MEA-MFT v. Fox

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Justia Opinion Summary

In 2013, the Montana Legislature enacted Legislative Referendum 127 (LR-127) as a referendum to be put to a public vote at the time of the November 2014 general election. Petitioners filed a petition challenging the legal sufficiency of LR-127, alleging that the Attorney General’s legal review of the proposed ballot measure was incorrect and seeking to enjoin the State from placing the measure on the general election ballot. The Supreme Court ordered that the State was enjoined from placing LR-127 on the 2014 general election ballot, holding that the proposed ballot measure was not legally sufficient because the title of LR-127 did not comply with the plain meaning of the Legislature’s 100-word limit found in Mont. Code Ann. 5-4-102.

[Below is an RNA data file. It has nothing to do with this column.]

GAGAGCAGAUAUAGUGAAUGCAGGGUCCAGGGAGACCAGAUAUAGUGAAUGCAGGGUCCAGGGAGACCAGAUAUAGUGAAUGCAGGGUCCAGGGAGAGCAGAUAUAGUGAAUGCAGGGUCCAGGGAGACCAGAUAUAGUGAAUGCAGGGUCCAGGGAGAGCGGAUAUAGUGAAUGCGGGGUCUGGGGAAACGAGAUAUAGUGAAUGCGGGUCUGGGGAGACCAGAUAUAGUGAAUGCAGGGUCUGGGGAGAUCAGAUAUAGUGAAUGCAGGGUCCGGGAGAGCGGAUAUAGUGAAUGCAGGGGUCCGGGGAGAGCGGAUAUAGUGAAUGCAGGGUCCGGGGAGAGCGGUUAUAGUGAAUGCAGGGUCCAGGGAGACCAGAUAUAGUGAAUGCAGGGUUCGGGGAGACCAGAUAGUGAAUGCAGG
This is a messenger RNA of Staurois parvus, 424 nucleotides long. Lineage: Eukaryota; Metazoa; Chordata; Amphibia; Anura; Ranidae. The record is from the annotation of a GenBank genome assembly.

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March 25 2014 OP 13-0789 IN THE SUPREME COURT OF THE STATE OF MONTANA 2014 MT 76 _________________ MEA-MFT, the Montana State AFL-CIO The Montana Public Employees Association, the Montana Human Rights Network and American Federation of State, County and Municipal Employees, OPINION AND ORDER Petitioners, v. THE STATE OF MONTANA, HONORABLE TIM FOX, in his capacity as Attorney General, Respondent. ¶1 _________________ This is an original proceeding. The petition challenges the legal sufficiency of Legislative Referendum 127 (LR-127), a measure enacted by the Legislature in 2013 as a referendum to be put to a public vote at the time of the November 2014 general election. ¶2 The petition alleges that the Attorney General s approval of the proposed ballot measure for legal sufficiency was incorrect under Montana law, and seeks to enjoin the State of Montana from placing the measure on the general election ballot. Petitioners also seek attorney fees and costs. ¶3 On December 5, 2013, the Attorney General filed a response asserting that the legal review was correct and asking that the petition be denied. On December 10, 2013, this Court asked the parties for supplemental briefing. The briefs have been filed and the matter is ripe for a decision. 1 ¶4 This Court has original jurisdiction to review the Attorney General s determination that a ballot measure referred by the Legislature is legally sufficient. Section 3-2-202(3), MCA; Mont. Const. art. IV, § 7. ¶5 We restate the issue as follows: Whether the State of Montana should be enjoined from placing LR-127 on the general election ballot in 2014 because of legal deficiencies in its title. DISCUSSION ¶6 LR-127 was passed by the Montana Legislature in 2013 as Senate Bill 408. The measure proposes to eliminate political party primary elections as they traditionally have been held in this State, replacing them with a system in which all candidates would appear on a single primary ballot. The two candidates who receive the most votes would advance to the general election, regardless of party affiliation. ¶7 In Montana the people may enact laws by initiative, and may approve or reject any act of the Legislature except for appropriations of money. Mont. Const. art. III, §§ 4, 5. As in the case of LR-127, the people may vote in a referendum upon matters referred to them upon order of the Legislature. Mont. Const. art. III, § 5. The Montana Constitution allows Montana citizens to go to court and present pre-election challenges to the manner in which a referendum qualifies for the ballot. Mont. Const. art. IV, § 7(2) (enacted as Const. Amend. No. 21, approved November 6, 1990). This Court has original jurisdiction as provided in § 3-2-202, MCA, to review the Attorney General s ballot statements for referred measures and the Attorney General s legal sufficiency 2 determination in an action brought under § 13-27-316, MCA. The petitioners have invoked those constitutional and statutory provisions in this action.1 ¶8 Montana law requires the Attorney General to examine proposed ballot issues for legal sufficiency, which means compliance with statutory and constitutional requirements governing submission of the proposed issue to the voters. Section 13-27-312(1) and -(7), MCA.2 Montana law further provides that both proponents and opponents of ballot measures may initiate original proceedings in this Court to challenge the sufficiency of the Attorney General s review. Section 13-27-316, MCA. This Court is required to examine the issue and to render a decision as to the adequacy of the ballot statements or the correctness of the attorney general s determination. Section 13-27-316(3)(c), MCA. ¶9 For many decades the Legislature has limited the number of words that may appear in the title of matters that it refers to the people for a referendum vote. See e.g. State ex rel. Bonner v. Dixon, 59 Mont. 58, 195 P. 841 (1921). The current limitation, in place since 1979, provides that [a]ll bills referred by the legislature to a vote of the people shall have a title of no more than 100 words. Section 5-4-102, MCA. The 100-word limitation applies only to measures that the Legislature refers to the people for a vote. 1 Many of the cases cited by the Dissent regarding this Court s reticence to entertain pre-election challenges to ballot measures were decided prior to enactment of these provisions and thus provide at best tepid support for a lack of judicial action in this case. 2 This legal review determines whether the proposal complies with applicable constitutional and statutory requirements, but does not include consideration of the substantive legality of the provision. Montanans Opposed to I-166 v. State, 2012 MT 168, ¶ 3, 365 Mont. 520, 285 P.3d 435. 3 ¶10 The Petitioners challenge to LR-127 is that it violates § 5-4-102, MCA, because the title exceeds 100 words. The title to LR-127 is: AN ACT GENERALLY REVISING ELECTION LAWS; PROVIDING THAT THE TWO CANDIDATES WHO RECEIVE THE MOST VOTES IN CERTAIN PRIMARY ELECTIONS FOR PARTISAN OFFICES ADVANCE TO THE GENERAL ELECTION IRRESPECTIVE OF PARTY AFFILIATION; ELIMINATING SEPARATE PARTY BALLOTS AND PROVIDING FOR ONE PRIMARY BALLOT CONTAINING ALL PRIMARY RACES; PROVIDING THAT THE PROPOSED ACT BE SUBMITTED TO THE QUALIFIED ELECTORS OF MONTANA; AMENDING SECTIONS 2-16-615, 5-2-402, 5-2-403, 5-2-404, 5-2-406, 7-2-2219, 7-3-176, 7-3-218, 7-3-313, 7-3-412, 7-3-512, 7-3-704, 7-3-1256, 7-4-2106, 7-4-2206, 7-4-2302, 7-4-2310, 7-4-4112, 13-1-101, 13-1-103, 13-4-102, 13-10-201, 13-10-203, 13-10-204, 13-10-209, 13-10-211, 13-10-301, 13-10-325, l3-10-326, l3-10-327, 13-10-402, 13-10-403, 13-10-404, 13-10-405, 13-10-501, 13-10-504, 13-10-505, 13-12-201, 13-12-202, 13-12-203, 13-12-205, l3-12-207, 13-13-214, 13-13-225, 13-l3-241, 13-14-111, 13-14-112, l3-14-113, 13-14-114, 13-14-115, 13-14-117, 13-14-118, 13-15-201, l3-15-205, 13-15-206, 13-15-208, 13-15-405, 13-15-406, 13-15-507, l3-16-101, 13-16-201, 13-16-211, 13-16-412, 13-16-418, 13-16-419, 13-16-501, 13-17-103, 13-19-205, 13-21-205, 13-25-101, 13-25-201, 13-25-205, 13-25-303, 13-35-106, 13-35-205, 13-35-206, 13-35-207, l3-35-214, 13-35-218, 13-35-221, 13-35-225, 13-35-226, 13-36-101, l3-36-102, 13-36-103, 13-36-104, 13-36-201, 13-36-202, 13-36-203, 13-36-206, 13-36-207, 13-36-209, 13-36-210, 13-36-211, 13-36-212, 13-37-127, 13-37-216, 13-37-218, 13-38-101, AND 13-38-201, MCA; REPEALING SECTIONS 13-10-302, 13-10-303, 13-10-305, 13-10-311, 13-10-502, 13-10-503, 13-10-507, 13-10-601, 13-10-602, 13-10-604, AND 13-38-204, MCA; AND PROVIDING AN EFFECTIVE DATE AND AN APPLICABILITY DATE. The point of disagreement between the Petitioners and the Attorney General is whether to count the many statutes listed in the title of LR-127 as words under § 5-4-102, MCA. These citations list each section of the Montana Code that must be either amended or repealed to effectuate the Legislature s proposal for a new primary election system. Petitioners assert that each of these statutory citations must be considered as a word, 4 while the Attorney General urges that statutory citations are not words and should not count in determining compliance with § 5-4-102, MCA. There are three alternatives for applying § 5-4-102, MCA: ignore all the statutory citations; count each of the statutory citations as one word; or treat each of the statutory citations as the number of words required to say the citation ( 13-12-203 would be counted as thirteen, twelve, two zero three for a total of five words). The only way to find that the title complies with § 5-4-102, MCA, is to ignore each of the statutory citations. ¶11 The closest judicial decision that bears upon this issue is Bonner. In that case this Court considered a post-election challenge to an initiative that had been approved by the voters. The statute in effect at that time (1921) imposed a ten-word limit on the title of such a measure as it would appear on the ballot. The title of the initiative contained the number $5,000,000, and the dispute was whether that should be counted as one word or three under the statute (if three words, it would be read as five million dollars. ).3 This Court ultimately determined that even if the number were read as three words the title would only violate the ten-word limit by two words. The Court determined that no person could have been misled by the title even if it violated the ten-word limit by two words, and such a minor technical violation of the statute was not sufficient to defeat the 3 In considering the word-count issue, this Court did not count the phrase For [or Against ] Initiative Measure No. 19 that appeared on the ballot just before the actual title of the measure that was subject to the ten-word limitation. These words were part of the ballot language under a separate directive to allow the voter to check the box on the ballot that reflected his or her vote, and were not a part of the title that was subject to the statutory word-count limitation. 5 will of the voters who had already enacted the provision. Bonner, 59 Mont. at 87, 195 P. at 848. ¶12 The Bonner case is instructive on several points applicable to the current proceeding. First, when applying a statute limiting the number of words in the title of a ballot measure, this Court clearly decided the case based upon the underlying assumption that numbers count as words. If the number in the title had not been considered to be at least one word, there would have been no basis for the controversy and no need for the decision. Second, the Court determined that a minor or technical violation of a statute limiting the number of words in a title will not automatically invalidate an initiative already enacted by the people. Third, an important consideration in determining the materiality of a violation of a statutory word limit is whether voters could have been misled. LR-127 does not withstand scrutiny when examined using any of these criteria. ¶13 The Legislature has not specifically defined word for purposes of § 5-4-102, MCA. Word is defined in Montana law as part of the term folio, which means 100 words, counting every two letters or numbers necessarily used as a word. 4 Section 1-1-203(3), MCA. This equation of words and numbers is significant because [w]henever the meaning of a word or phrase is defined in any part of this code, such definition is applicable to the same word or phrase wherever it occurs, except where a contrary intention plainly appears. Section 1-2-107, MCA. This Court has applied that rule of statutory construction on numerous occasions. Dept. of Revenue v. Gallatin 4 There were formerly a number of statutes that provided that payment, such as for published legal notices, would be per folio. See e.g. § 18-7-203, MCA. 6 Outpatient Clinic, 234 Mont. 425, 430, 763 P.2d 1128, 1131 (1988); State v. Merry, 2008 MT 288, ¶ 12, 345 Mont. 390, 191 P.3d 428; Graziano v. Stock Farm Homeowners Assoc., 2011 MT 194, ¶ 32, 361 Mont. 332, 258 P.3d 999. ¶14 Other authorities also support the conclusion that numbers and discrete combinations of numbers, are words. The usual and ordinary meaning of a word includes any character or set of charters separated by whitespace, which includes numbers. This definition of word is widely supported. The American Heritage Dictionary defines word as a sound or combination of sounds, or its representation in writing or printing, that symbolizes and communicates a meaning. Word, American Heritage Dictionary Online, (last accessed March 3, 2014). Similarly, Merriam-Webster defines word as a written or printed character or combination of characters representing a spoken word. Word, Merriam-Webster Dictionary Online (last accessed March 3, 2014). Under these common definitions of word a printed section number of a statute constitutes a word because it is a series of characters in writing that communicates a spoken meaning. ¶15 Election authorities regularly define word to include numbers. In Florida, [e]ach whole number shall count as a word when determining the word count for constitutional initiative ballot titles and summaries. Fl. Admin. Code IS-2.009(4)(g). In California, the Elections Code provides that any number consisting of a digit or digits shall be considered as one word. Any number which is spelled, such as one shall be considered as a separate word or words. One shall be counted as one word whereas one hundred shall be counted as two words. 100 shall be counted as one word. Cal. Elections Code 7 § 1-209(a)(7). Similarly, Oregon defines words to include numbers. Or. Admin. R. 165-022-000(c). ¶16 Similarly, other courts have treated numbers as words. Northbrook Digital v. Vendio Services, 625 F. Supp. 2d 728, 733-734 (D. Minn. 2008) (the phrase Docket 59 constituted two words); Franklin v. Florida, 887 So. 2d 1063, n. 3 (Fla. 2004) (court implicitly accepted the numerical sections of statutes as words); Cook v. Baker, 214 P.2d 787 (Colo. 1950) (the phrase section 14 constituted two words); Educ. Initiative PAC v. Comm. to Protect Nev. Jobs, 293 P.3d 874 (Nev. 2013) (implicitly finding that Section 501(c) constitutes two words); and Bendi v. Kulongoski, 902 P.2d 1189 (Or. 1995) ( March 30, 1995 is three words). ¶17 At the same time, there is no authority that would either allow or require a construction of § 5-4-102, MCA, that would just ignore all of the statutory citations in LR-127. A person reading the title would naturally read the statutory citations as words. The numeral 13 means and is read as the word thirteen. There is no other way to logically apply § 5-4-102, MCA. ¶18 This does not mean that the Legislature may submit to the voters only simple measures that impact few existing statutes. There is no binding authority that specifically requires inclusion of the citation of each amended or repealed statute in the title of a referred measure. While State v. Duncan, 74 Mont. 428, 240 P. 978 (1925) has been cited for this proposition, it is inapposite to the statute at issue here. Duncan was convicted of the unlawful transportation and possession of intoxicating liquor. On appeal he attacked the validity of the statute under which he was charged, arguing that it violated 8 the requirement that legislative bills contain only one subject. In deciding that the title of the statute at issue contained only one subject, this Court stated that the title of an amendatory act should refer to the statute to be amended with sufficient particularity to identify it. Duncan, 74 Mont. at 436, 240 P. at 980. Duncan is applicable to legislative actions to adopt and amend statutes, and is directed toward legislators who are schooled in the legislative process. It did not involve a matter referred to the people for a vote and did not involve any statute limiting the words in the title of a matter referred to the people for a vote. Listing all affected statutes in the title of a ballot measure is not mandated by law. ¶19 We conclude that each of the statutory citations in the title of LR-127 is a word for purposes of § 5-4-102, MCA. The Legislature chose to place the 100-word limitation into the statute and must comply with its own law when referring a matter to the people for a vote. Furthermore, the title of LR-127 is not a mere technical violation of the statute, but is substantially in excess of the 100-word limit imposed by the Legislature. ¶20 Finally, the title of LR-127 on its face, is complicated and confusing. The clear purpose of the Legislature s 100-word limit in § 5-4-102, MCA, as this Court determined in regards to the different word limitation in Bonner, is to insure that voters are not misled or confused by complex titles of the measure in the ballot language. The title of LR-127 lists approximately 100 separate statutes that would be amended and eleven that would be repealed in order to achieve the new proposed primary election system. It would take most persons well-versed in the law a substantial amount of time and study to understand the details and implications of these changes. Unlike the measure in Bonner, 9 the title of a referendum that lists 111 statutes that would be amended or repealed poses a substantial risk of misleading or confusing voters. ¶21 This Court stated many years ago that the purposes of the ballot are: (1) to inform the voters of the nature and purposes of the measure; and (2) to afford each elector a means of expressing his approval or disapproval. Sawyer Stores v. Mitchell, 103 Mont. 148, 160, 62 P. 342, 349 (1936). To that end, § 5-4-102, MCA, limits the title of all bills referred by the Legislature to 100 words. The statutory requirement is plain and unambiguous. Legislative enactments must first be interpreted according to the plain meaning of the language in the statute. Sections 1-2-101 and -102, MCA; State v. Incashola, 1998 MT 184, ¶ 11, 289 Mont. 399, 961 P.2d 745. ¶22 The Attorney General conducted a legal review of LR-127 pursuant to § 13-27-315, MCA, and determined that LR-127 did not conflict with another ballot issue and that it was legally sufficient. However, the title of LR-127 does not comply with the plain meaning of the Legislature s 100-word limit found in § 5-4-102, MCA. Therefore, LR-127 is not legally sufficient. Accordingly, ¶23 IT IS ORDERED that the State of Montana is enjoined from placing LR-127 on the 2014 general election ballot. ¶24 IT IS FURTHER ORDERED that Petitioners request for attorney fees is denied. Dated this 25th day of March, 2014. /S/ MIKE McGRATH 10 We Concur: /S/ PATRICIA COTTER /S/ MICHAEL E WHEAT /S/ JIM RICE Justice Beth Baker, concurring. ¶25 I agree with virtually every point made by the Dissent. I disagree with the Court in particular that the title of the measure in question, especially when considered in conjunction with the other ballot statements, is confusing or misleading. Nonetheless, the Legislature has created an irreconcilable conflict that only it can resolve and, for that reason, I am constrained to conclude that LR-127 must be withheld from the ballot. ¶26 It is a fundamental principle that the Court must, in attempting to harmonize statutes, attempt to give effect to all provisions of the law without inserting what the Legislature has omitted from a statute or omitting what the Legislature has inserted. Section 1-2-101, MCA. Although it appears to be longstanding practice of the Legislature and the Legislative Services Division not to count numbers as words in determining the length of the title of a measure referred to the voters, the plain language of § 5-4-102, MCA, does not accommodate that practice. ¶27 It would be a simple fix for the Legislature to amend that section to provide, All bills referred by the legislature to a vote of the people shall have a title of no more than 100 words, exclusive of section numbers of any statutes being amended. The Court, however, cannot supply the omitted language. I believe the Court correctly concludes 11 that we would have to ignore § 5-4-102, MCA, in order to deny the Petitioners challenge in this case. /S/ BETH BAKER Justice Laurie McKinnon, dissenting. ¶28 Since 1906, the people of Montana have reserved to themselves the power to approve or reject by referendum any act of the Legislature, except an appropriation of money. Nicholson v. Cooney, 265 Mont. 406, 410, 877 P.2d 486, 488 (1994). The referendum provision is set forth in Article III, Section 5, of Montana s Constitution. In interpreting this provision, we must be guided by the principle that initiative and referendum provisions of the Constitution should be broadly construed to maintain the maximum power in the people, Nicholson, 265 Mont. at 411, 877 P.2d at 488 (citing Chouteau Co. v. Grossman, 172 Mont. 373, 378, 563 P.2d 1125, 1128 (1977)) and that judicial intervention in referenda or initiatives prior to an election is not encouraged, Cobb v. State, 278 Mont. 307, 310, 924 P.2d 268, 269 (1996). Additionally, in order to effectively protect and preserve the rights Montanans have reserved to themselves through the referendum process, pre-election review should be very deferential. Harper v. Greely, 234 Mont. 259, 265-66, 763 P.2d 650, 654 (1988). ¶29 These principles are primarily based upon two substantive provisions of the Montana Constitution. Article II, Section 1, provides: Popular sovereignty. All political power is vested in and derived from the people. All government of right originates with the people, is founded upon their will only, and is instituted solely for the good of the whole. Article II, Section 2, provides: Self-government. The people have the exclusive right of governing themselves as a free, sovereign, and independent state. They may alter or 12 abolish the constitution and form of government whenever they deem it necessary. With these principles in mind, I turn to the primary concern of the Court whether a referendum, LR-127, should be removed from consideration by Montana voters because its title includes more than 100 words, if statutory references are included. ¶30 Section 5-4-102, MCA, provides that bills referred by the Legislature to a vote of the people shall have a title of no more than 100 words. However, Montana s Legislature has not provided guidance as to whether a list of affected statutes in a referendum title counts towards the 100-word limit for purposes of § 5-4-102, MCA. Although there have been several instances since the enactment of § 5-4-102, MCA, in 1979, where referendum titles have exceeded the 100-word limit, this is the first instance where there has been a challenge made to this Court.5 ¶31 Petitioners and this Court rely on State ex rel. Bonner v. Dixon, 59 Mont. 58, 87-88, 195 P. 841, 848 (1921), overruled on other grounds, Bd. of Regents v. Judge, 168 Mont. 433, 543 P.2d 1323 (1975), as authority that numerals count as words in ballot titles. Opinion, ¶¶ 11-12, 20. Such reliance, however, is misplaced. Bonner involved a post-election request to enjoin enforcement of an initiative passed under a 10-word limit on ballot titles. The question was whether $5,000,000 in the phrase Providing for $5,000,000 Bonds for Buildings at State Educational Institutions counted as one word, or as three words. Noting that there had been a substantial compliance with statutory requirements and that there was nothing to indicate that the people had been injured or deceived by wording that possibly exceeded the 10-word limit, the Court rejected the challenge as a hair-splitting technicality. Bonner, 59 Mont. at 87, 195 P. at 848. Importantly, the Court excluded actual words from consideration in calculating the word limit because those words were required to be in the title. Thus, the Court held that [t]he words 5 LR-111 (1993), LR-115 (2000), and LR-116 (2000), each included every amended and repealed section in their titles and thus arguably exceeded the 100-word limit. 13 For Initiative Measure No. 19, and Against Initiative Measure No. 19, are properly excluded from computation of the number of words in the legend on the ballot . . . . Bonner, 59 Mont. at 87, 195 P. at 848. ¶32 Bonner does not, as Petitioners and this Court maintain, stand for the proposition that numbers or statutory references are to be counted as words. Opinion, ¶ 12. Indeed, the Court in Bonner specifically rejected a mechanical application of a statute similar to § 5-4-102, MCA, and never directly addressed whether numbers count as words. More significantly, however, the ballot issue considered in Bonner was a citizen-proposed initiative, not a referendum. We have recognized that ballot titles of referenda are entitled to more deference than ballot statements of initiatives. In Harper, 234 Mont. at 265, 763 P. 2d at 654, we stated: Because we find that the legislative referendum is a product of the Legislature and is passed in the form of a bill, its title should be examined according to the same standard applied to other legislation. If it results in greater deference being given to the ballot language which derives from the legislation rather than the petition, then that is appropriate due to the differences between the two sources. Bonner therefore is not controlling authority for the Court s determination that statutory section numbers count as words. Moreover, if a ballot initiative which arguably violates a word count was upheld, as it was in Bonner, then the deference to be accorded legislation, in the absence of authority to the contrary, warrants upholding the validity of LR-127 s title. ¶33 The Court further overlooks long-standing authority that the title shall refer to the statute to be amended, with sufficient particularity to identify it. State v. Duncan, 74 Mont. 428, 436, 240 P. 978, 980 (1925) (emphasis added). We explained in Duncan the authorities agree generally that all difficulties are avoided if the title of the amendatory Act gives the number of the section to be amended and indicates its subject matter. Duncan, 74 Mont. at 436-37, 240 P. at 980. All that is required in such case is a reasonable degree of certainty as 14 to the statute to be amended. Duncan, 74 Mont. at 437, 240 P. at 980 (quoting In re White, 33 Neb. 812, 51 N.W. 287 (1892)) (emphasis added). Duncan accords with the well-recognized principle that the title of an amendatory act must identify with reasonable certainty the statute or section to be amended. Norman Singer & J.D. Shambie Singer, Statutes and Statutory Construction vol. 1A, § 22:9, 277 (7th ed., Thomson 2009). Our caselaw reflects that an amendatory act has a sufficient title, under a constitutional provision like ours, if it cite[s] the number of the section and the chapter of the Code to be amended and affected thereby. State v. Courtney, 27 Mont. 378, 385, 71 P. 308, 310 (1903); see also State v. Silver Bow Ref. Co., 78 Mont. 1, 16-18, 252 P. 301, 305 (1926). Conversely, we have invalidated laws where the title did not give sufficient notice of an amendment to existing law made in the body of the bill. Coolidge v. Meagher, 100 Mont. 172, 182-83, 46 P.2d 684, 687 (1935). ¶34 The overriding inquiry is whether the title fairly apprises the reader of the subject of the legislation and the law being amended, or whether the title is misleading. State ex rel. Bray v. Long, 21 Mont. 26, 28-31, 52 P. 645, 646-47 (1898), overruled on other grounds Palatine Ins. Co. v. N. Pac. Ry., 34 Mont. 268, 85 P. 1032 (1906). The Court concludes that the title of LR-127 is complicated and confusing, Opinion ¶ 20, yet it has failed to explain how the inclusion of the statutory references will mislead or confuse voters. As we recently noted, the ballot language must identify the measure on the ballot so that a Montana voter, drawing on both official and unofficial sources of information and education, will [be able to] exercise his or her political judgment. MEA-MFT v. State, 2014 MT 33, ¶ 11, 374 Mont. 1, ___ P.3d ___ (quoting Harper, 234 Mont. at 269, 763 P.2d at 657). The bill title supplied by the Legislature is not the only source of information explaining a ballot measure. The ballot also includes the Attorney General s explanatory statement, 15 which is the official ballot title (see §§ 13-27-312, -315, MCA), and the statements of implication. In light of our authority requiring an amendatory act to give notice of the statutes it is amending, the title supplied by the Legislature, together with the Attorney General s ballot statement, fairly apprises the voters of the proposed legislation and is not misleading. ¶35 Indeed, SB 256 from the 1979 Legislative Session, which enacted the 100-word requirement, included citations to all of the amended sections in its title. As we held in Bonner, when we excluded required language from the word count, these section references in LR-127 were mandated by Duncan and thus similarly should be excluded from the word count. ¶36 Contrary to the Court s conclusion today, I do not find that the plain meaning of the term words includes numbers or statutory references. See Opinion, ¶ 19. In holding that numbers count as words, the Court relies in part on authority from states which have specific statutes or rules addressing this issue. Opinion, ¶¶ 15-16. The Court reaches, and in my opinion errs, in citing authority from other states which have statutes or rules directing how numbers are to be considered. Statutory references are citations and, absent an indication from the Legislature to the contrary, should be construed consistent with our precedent. We have not, as demonstrated by the foregoing discussion, previously equated citations with words. The Court s determination obscures a very important distinction present here the absence of any direction from our Legislature that statutory references are to be considered words. When a statute is equally susceptible to two interpretations, the one in favor of the peoples rights such as the right the people of Montana have reserved to themselves to adopt laws by initiatives and referenda should be adopted. See § 1-2-104, MCA. Accordingly, § 5-4-102, MCA, is reasonably susceptible to an interpretation that would exclude the list of affected statutes from the word count. 16 ¶37 Finally, if Petitioners arguments were accepted, Montanans would be unable to vote on any issue, no matter how simple, that would require minor technical amendments to many sections of code. Statutory construction should not lead to absurd results if a reasonable interpretation can avoid it. State v. Letasky, 2007 MT 51, ¶ 11, 336 Mont. 178, 152 P.3d 1288. It is likewise plausible that, had LR-127 not included all affected statutes, a challenge would have been made pursuant to Duncan. Such a lose-lose situation leads to absurd results and is inconsistent with the right of Montana voters to consider matters referred by the Legislature. Letasky, ¶ 11. ¶38 I dissent from the Court s decision which accepts Petitioners argument that LR-127 is invalid on grounds that its title contains more than 100 words. In my view, our decision is in conflict with the following authority: the deference to be accorded to the Legislature in constructing the title to a referendum, Harper, 234 Mont. at 165, 763 P.2d at 654; the requirement that statutory sections be included in a referendum title, Duncan, 74 Mont. at 428, 240 P. at 980; precedent that establishes that required language be excluded from the word count, Bonner, 59 Mont. at 87, 195 P. at 848; the preference in favor of a natural right, § 1-2-104, MCA; and the absence of authority supporting a conclusion that a number or citation should be considered a word. I would allow LR-127 to be on the ballot, thus enabling Montanans to accomplish the goals of popular sovereignty and self-government by voting on an important issue referred by the Legislature. To deny the right to vote on LR-127 because we have decided that numbers are words is in conflict with these principles and precedent. I dissent from the Court s decision to the contrary. 17 ¶39 The Court does not address Petitioners remaining contentions because of its resolution of the word-count challenge. As I have determined that § 5-4-102, MCA, does not render LR-127 invalid, I will address Petitioners remaining contentions. ¶40 Petitioners contend that the Attorney General s legal sufficiency determination is incorrect because LR-127 encompasses more than one subject, in violation of Article V, Section 11(3), of the Montana Constitution. According to Petitioners, LR-127 changes the election laws in at least two separate and substantial ways: it provides for an open primary election system, and it provides that the top two vote winners and no other candidates will advance to the general election, regardless of party affiliation. Additionally, according to Petitioners, LR-127 essentially eliminates the right of third parties to appear on the general election ballot while weakening all political parties by allowing only a party preference to be stated on the ballot. ¶41 Consistent with its obligation to construe the statutes to promote, rather than to curtail, the people s right of direct democracy, this Court interprets the Attorney General s legal sufficiency review authority narrowly. Montanans Opposed to I-166 v. Bullock, 2012 MT 168, ¶ 13, 365 Mont. 520, 285 P.3d 435 (Baker, J., concurring); see also MEA-MFT, ¶ 11. ¶42 We have stated previously that the reasons for this Court s intervention in the initiative process prior to an election are quite limited. State ex rel. Mont. Citizens for Preservation of Citizens Rights v. Waltermire, 224 Mont. 273, 276, 729 P.2d 1283, 1285 (1986). We have assumed jurisdiction over pre-election challenges when the initiative was not properly submitted under the election laws, e.g., State ex rel. Livingstone v. Murray, 137 Mont. 557, 354 P.2d 552 (1960), and where the initiative was unconstitutional on its face, e.g., State ex rel. Steen v. Murray, 144 Mont. 61, 394 P.2d 761 (1964). Moreover, in Waltermire we specifically addressed whether an initiative was invalid because it presented more than one amendment in a single 18 ballot in violation of the single-subject rule embodied in Article XIV, Section 11, of the Montana Constitution. We determined that: Even if plaintiffs view is correct, this type of multiplicity is not a proper basis for this Court s intervention in the initiative process prior to election. This challenge does not constitute the type of question of unconstitutionality on the face of the Initiative over which this Court has previously accepted pre-election jurisdiction. Neither is this a challenge of the propriety of submission of the Initiative to the voters. Without ruling upon the merits of the contention, we decline[ ] to consider the issue prior to election. Waltermire, 224 Mont. at 277, 729 P.2d at 1285-86. ¶43 I would similarly decline to consider whether LR-127 violates the single-subject rule in violation of Article V, Section 11(3), of the Montana Constitution. I would not rule on the merits of Petitioners contentions and would conclude only that the challenge is not a proper basis for this Court s intervention into the initiative process. ¶44 Finally, Petitioners contend that the Attorney General s ballot statement violates § 13-27-312, MCA, in that it is untruthful, misleading, and contradictory. Section 13-27-312(4), MCA, requires that a ballot statement must express the true and impartial explanation of the proposed ballot issue in plain, easily understood language and may not be arguments or written so as to create prejudice for or against the issue. The ballot statement the Attorney General has approved for LR-127 is as follows: The 2013 Legislature submitted this proposal for a vote. LR-l27 generally amends election laws to provide that the two candidates who receive the most votes in certain primary elections for partisan offices will advance to the general election irrespective of political party affiliation. Candidates may state a political party preference that will appear on the ballot. LR-l27 does not amend the primary process for party precinct elections or presidential primary elections. LR-127 amends primary election balloting by requiring all races to appear on the same ballot. LR-127 also generally amends certain related procedures regarding vacancies, write-in candidates, withdrawal of candidates, recall petitions, election judges, filing deadlines, 19 certification of votes, ballot form and uniformity requirements, recounts, electioneering, election challenges, and contribution limitations. ¶45 Petitioners maintain that the Attorney General s ballot statement for LR-127 does not provide fair notice, and provides contradictory and misleading information. Petitioners argue that LR-127 tells voters the primary process for party precinct and presidential primary elections will not change, even though the process will change because the formerly separate, party-based primary ballots would be combined into one ballot. Petitioners also point out that the referendum only allows candidates to indicate a party preference, instead of a party affiliation, and that it imposes a new requirement, in order to have a vote count, that voters must indicate a party preference. Petitioners argue that the statement in the title that other subjects will be generally amended omits certain important changes to the law. ¶46 Section 13-27-312(2)(a), MCA, establishes a limit of 135 words for a statement of purpose and implication for a ballot issue. That limit dictates that the statement will provide only a general overview of the ballot issue, not a full listing of all of its possible effects. ¶47 To foreclose the prospect of endless and subjective challenges, this Court upholds ballot statements that meet the basic statutory requirements. Stop Over Spending Mont. v. State, 2006 MT 178, ¶ 18, 333 Mont. 42, 139 P.3d 788. As long as the Attorney General s wording fairly states to the voters what is proposed . . . discretion as to the choice of language . . . is entirely [the Attorney General s]. State ex rel. Wenzel v. Murray, 178 Mont. 441, 448, 585 P.2d 633, 637-38 (1978). In Harper, 234 Mont. at 269, 763 P.2d at 657, we rejected a challenge to referendum ballot statements even though the language may not be the best conceivable statement. ¶48 Here, it is my opinion that the Attorney General s statement of purpose meets the requirements of § 13-27-312, MCA. Therefore, I would decline to intervene in the referendum 20 process on grounds that the Attorney General s ballot statement of purpose and implication does not comply with that statute. ¶49 For the reasons set forth above, I conclude that Petitioners arguments regarding the Attorney General s legal sufficiency review have no merit. /S/ LAURIE McKINNON 21